What makes the gameplay more diversified and stimulates the gamer to explore still further is the Talent system. As shown in the Talent Calculator (provided in Blizzard's official site) below, at certain degree of the gamer's progression (character level), each class has yet another standalone hierarchy of skills to pick－one out of three to choose from at each specified watermark (level 15, 30, 45 and so on)－that offers even more flexibility and variance of play style at the player’s disposal. Thus, even playing the same class with the same classification, different choices in talents immediately creates different dynamics and habits in battles.
That an in-game system requires a "calculator" speaks much about its level of intricacy
Empowerment Scale － The Power of Actions and Effects
The Gamer's Drive determines whether the gamer plays at all, and why he/she wants to continue with the game; Aesthetics and Intricacies sets out paths and possibilities of how the gamer can play the game; the Empowerment Scale ,on the other hand, measures what he/she can do to affect measurable performance or results, and thus how empowering he/she feels once the game's objective is achieved.
By nature, the Empowerment Scale is closely tied with The Gamer's Drive. A game with a weak drive hardly empowers the gamer enough. This is because "empowerment", by definition, entails giving the person concerned a sense of control over what he/she values. Thus, if a gamer considers a game boring－offering a weak Gamer's Drive－then it must follow that the same gamer will not find himself/herself deeply empowered even if he/she somehow achieves something in the game in question, since the achievement is not considered to be something of value to the gamer.
In the last part of What Makes A Game Great, I discuss the concept of elevation of self as the ultimate prize of the gamer. This is what spawns the concept of Empowerment Scale and I shall illustrate the new concept with the same sets of examples:
What a regular raider in MMORPGs values most is the advancement in the character's stats. The gamer does so by confronting and defeating the most difficult bosses in the game, and collecting the best rewards the game can offer. This is in essence a cycle through which the gamer elevates himself in the gaming experience－by gaming in his right ways and continuing to triumph. Since the gamer's effort is rewarded by his constant "upgrades" which in turn guarantees his future success in the same game, the Empowerment Scale lies in how much he can maximize/optimize his performance in hope of maximizing his possible rewards－that which drives him to maintain/increase his effort.
Take the case in WoW. A raider knows his success in raiding depends mainly on two aspects, namely his control skills－how well he controls the character in battle－and his overall item levels－calculated as the average of the total sum of the item levels of his individual equipment parts. To advance further in the game, he either perfects his skills, or employs strategies to collect higher-level individual pieces of equipment to increase his total item level. Since there is a lot he can do, it is likely that he feels highly empowered and motivated－the game's Empowerment Scale is high in this respect.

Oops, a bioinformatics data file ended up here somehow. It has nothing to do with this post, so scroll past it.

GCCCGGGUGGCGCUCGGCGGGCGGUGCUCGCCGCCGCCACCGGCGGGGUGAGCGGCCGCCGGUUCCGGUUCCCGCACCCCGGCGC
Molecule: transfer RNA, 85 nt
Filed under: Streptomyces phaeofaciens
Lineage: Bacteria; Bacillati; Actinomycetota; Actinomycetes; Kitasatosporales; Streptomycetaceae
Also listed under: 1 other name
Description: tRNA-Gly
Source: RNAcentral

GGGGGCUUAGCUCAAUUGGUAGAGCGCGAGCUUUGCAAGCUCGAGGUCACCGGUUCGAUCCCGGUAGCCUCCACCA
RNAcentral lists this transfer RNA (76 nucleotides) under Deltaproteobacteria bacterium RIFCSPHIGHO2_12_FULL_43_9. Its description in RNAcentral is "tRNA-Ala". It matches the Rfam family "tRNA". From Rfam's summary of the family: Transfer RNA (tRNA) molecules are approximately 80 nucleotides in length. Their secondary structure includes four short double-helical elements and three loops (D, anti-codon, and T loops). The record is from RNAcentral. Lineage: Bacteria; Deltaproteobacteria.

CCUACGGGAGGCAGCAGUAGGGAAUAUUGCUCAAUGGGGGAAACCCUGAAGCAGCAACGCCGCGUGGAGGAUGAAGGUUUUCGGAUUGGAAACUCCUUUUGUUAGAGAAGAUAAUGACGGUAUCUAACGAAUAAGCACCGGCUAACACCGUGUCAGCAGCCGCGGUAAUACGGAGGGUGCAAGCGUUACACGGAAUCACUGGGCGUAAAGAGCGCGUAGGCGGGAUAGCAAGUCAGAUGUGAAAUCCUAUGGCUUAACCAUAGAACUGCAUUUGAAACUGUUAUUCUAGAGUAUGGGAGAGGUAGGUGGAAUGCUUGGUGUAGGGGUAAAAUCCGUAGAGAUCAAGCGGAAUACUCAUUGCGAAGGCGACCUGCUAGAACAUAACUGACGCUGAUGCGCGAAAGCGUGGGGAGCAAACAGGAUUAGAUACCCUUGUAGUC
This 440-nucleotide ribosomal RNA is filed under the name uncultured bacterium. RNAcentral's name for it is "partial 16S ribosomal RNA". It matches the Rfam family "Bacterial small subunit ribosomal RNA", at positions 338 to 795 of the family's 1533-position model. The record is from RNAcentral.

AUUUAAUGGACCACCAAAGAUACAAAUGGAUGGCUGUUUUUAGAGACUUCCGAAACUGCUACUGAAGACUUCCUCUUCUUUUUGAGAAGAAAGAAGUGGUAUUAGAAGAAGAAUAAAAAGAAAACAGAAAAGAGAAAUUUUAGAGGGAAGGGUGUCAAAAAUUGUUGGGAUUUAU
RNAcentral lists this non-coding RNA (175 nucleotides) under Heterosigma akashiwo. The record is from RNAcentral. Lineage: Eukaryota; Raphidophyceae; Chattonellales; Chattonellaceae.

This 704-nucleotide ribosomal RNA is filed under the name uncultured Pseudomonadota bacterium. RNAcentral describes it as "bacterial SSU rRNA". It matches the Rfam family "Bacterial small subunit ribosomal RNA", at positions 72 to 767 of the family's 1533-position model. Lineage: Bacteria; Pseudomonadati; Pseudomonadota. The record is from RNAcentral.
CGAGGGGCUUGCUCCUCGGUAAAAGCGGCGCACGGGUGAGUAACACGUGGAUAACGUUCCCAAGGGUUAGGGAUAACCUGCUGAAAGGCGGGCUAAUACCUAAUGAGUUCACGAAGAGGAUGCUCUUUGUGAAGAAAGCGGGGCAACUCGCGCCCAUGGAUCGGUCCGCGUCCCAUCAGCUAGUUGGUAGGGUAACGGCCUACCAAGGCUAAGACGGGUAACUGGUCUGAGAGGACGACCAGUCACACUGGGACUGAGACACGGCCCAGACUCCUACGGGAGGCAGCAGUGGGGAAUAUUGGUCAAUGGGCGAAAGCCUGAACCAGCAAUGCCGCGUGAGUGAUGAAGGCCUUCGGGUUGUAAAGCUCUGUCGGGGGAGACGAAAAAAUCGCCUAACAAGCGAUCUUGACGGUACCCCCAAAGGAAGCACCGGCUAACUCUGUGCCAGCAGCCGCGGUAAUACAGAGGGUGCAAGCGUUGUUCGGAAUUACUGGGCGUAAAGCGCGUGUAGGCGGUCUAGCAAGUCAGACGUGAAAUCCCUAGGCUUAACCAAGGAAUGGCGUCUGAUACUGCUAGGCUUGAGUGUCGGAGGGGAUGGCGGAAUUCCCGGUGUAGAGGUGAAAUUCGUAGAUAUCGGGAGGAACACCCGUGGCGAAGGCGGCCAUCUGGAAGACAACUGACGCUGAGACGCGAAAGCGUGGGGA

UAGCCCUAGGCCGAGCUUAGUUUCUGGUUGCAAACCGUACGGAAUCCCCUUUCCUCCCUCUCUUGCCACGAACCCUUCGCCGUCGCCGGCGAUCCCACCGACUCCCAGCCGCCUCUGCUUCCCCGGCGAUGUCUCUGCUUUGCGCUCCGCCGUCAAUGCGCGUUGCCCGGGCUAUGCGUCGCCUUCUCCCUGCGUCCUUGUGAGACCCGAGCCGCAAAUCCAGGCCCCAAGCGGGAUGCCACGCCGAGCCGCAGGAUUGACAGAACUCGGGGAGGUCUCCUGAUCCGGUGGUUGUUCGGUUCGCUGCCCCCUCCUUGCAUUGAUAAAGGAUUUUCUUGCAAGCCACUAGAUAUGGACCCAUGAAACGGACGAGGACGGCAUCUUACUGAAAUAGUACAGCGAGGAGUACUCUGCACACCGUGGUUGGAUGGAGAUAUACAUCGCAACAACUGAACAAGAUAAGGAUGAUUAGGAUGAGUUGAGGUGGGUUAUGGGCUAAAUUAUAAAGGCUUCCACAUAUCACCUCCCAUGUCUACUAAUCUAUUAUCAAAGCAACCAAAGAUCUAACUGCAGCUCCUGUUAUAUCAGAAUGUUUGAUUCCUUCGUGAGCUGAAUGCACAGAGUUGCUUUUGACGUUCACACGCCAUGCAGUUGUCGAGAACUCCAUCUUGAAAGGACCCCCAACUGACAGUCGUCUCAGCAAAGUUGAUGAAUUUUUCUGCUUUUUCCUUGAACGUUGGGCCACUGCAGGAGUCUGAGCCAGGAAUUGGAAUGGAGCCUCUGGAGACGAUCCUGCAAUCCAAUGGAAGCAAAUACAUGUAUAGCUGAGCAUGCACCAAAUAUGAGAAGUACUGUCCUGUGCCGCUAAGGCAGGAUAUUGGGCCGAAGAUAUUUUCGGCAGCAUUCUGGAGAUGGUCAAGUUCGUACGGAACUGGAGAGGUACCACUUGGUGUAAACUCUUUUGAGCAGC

Now consider the other end of the spectrum: a game that offers hardly any empowerment. The Japanese visual novel genre, which allows little control of what happens overall, fits the bill perfectly. As the name of the genre suggests, games in this genre allow little control to the player over the game's world. While some do offer more than a couple of decisions to make－in the form of actions/utterance to pick from two to four choices each time－the story advances in a generally linear fashion. Even though the best of the genre may give you choices over three/four distinct variables－ based on the decisions you make as the protagonist－which leads to utterly different storylines under the same premises (think Fate/Stay Night), the gamer fundamentally fails to empower himself with his in-game efforts since at the end of the day, he feels nothing he does matter at all. In this case, since there are only a finite number of choices and fundamentally an even smaller number of significant variables (the different routes of the story), a sophisticated player of the game have little motivation to continue once he knows what is achievable has all been conquered.
You are given a series of multiple choices in a visual novel genre game like Fate/Stay Night
The best example of your lack of empowerment in a visual novel game
How It All Works
To sum up, to determine how good a game is within this framework, one looks at The Gamer's Drive (why you want to play it at all), Aesthetics and Intricacies (in what and how many ways you can play), and the Empowerment Scale (how much your actions in the game affects its results).
A game scoring high in all three aspects is no doubt a masterpiece and every gamer will love it should he/she ever starts playing and invests in the game.
My examples of reference: World of Warcraft, Hearthstone: Heroes of Warcraft
A game scoring high in one aspect while failing at the other two only appeals to those who appreciate that particular aspect.
My examples of reference: Candy Crush Saga, Angry Birds, Limbo, Fate/Stay Night
A game scoring average in all aspects is, well, an average game everyone considers worth a try but never much feels devoted or drawn to it.
My examples of reference: Seven Knights, Summoners War: Sky Arena
A game scoring average in two of the aspects, and lacking in one or more aspects is below average and probably not very successful.
My examples of reference: Fantasy War Tactics, majority of mobile games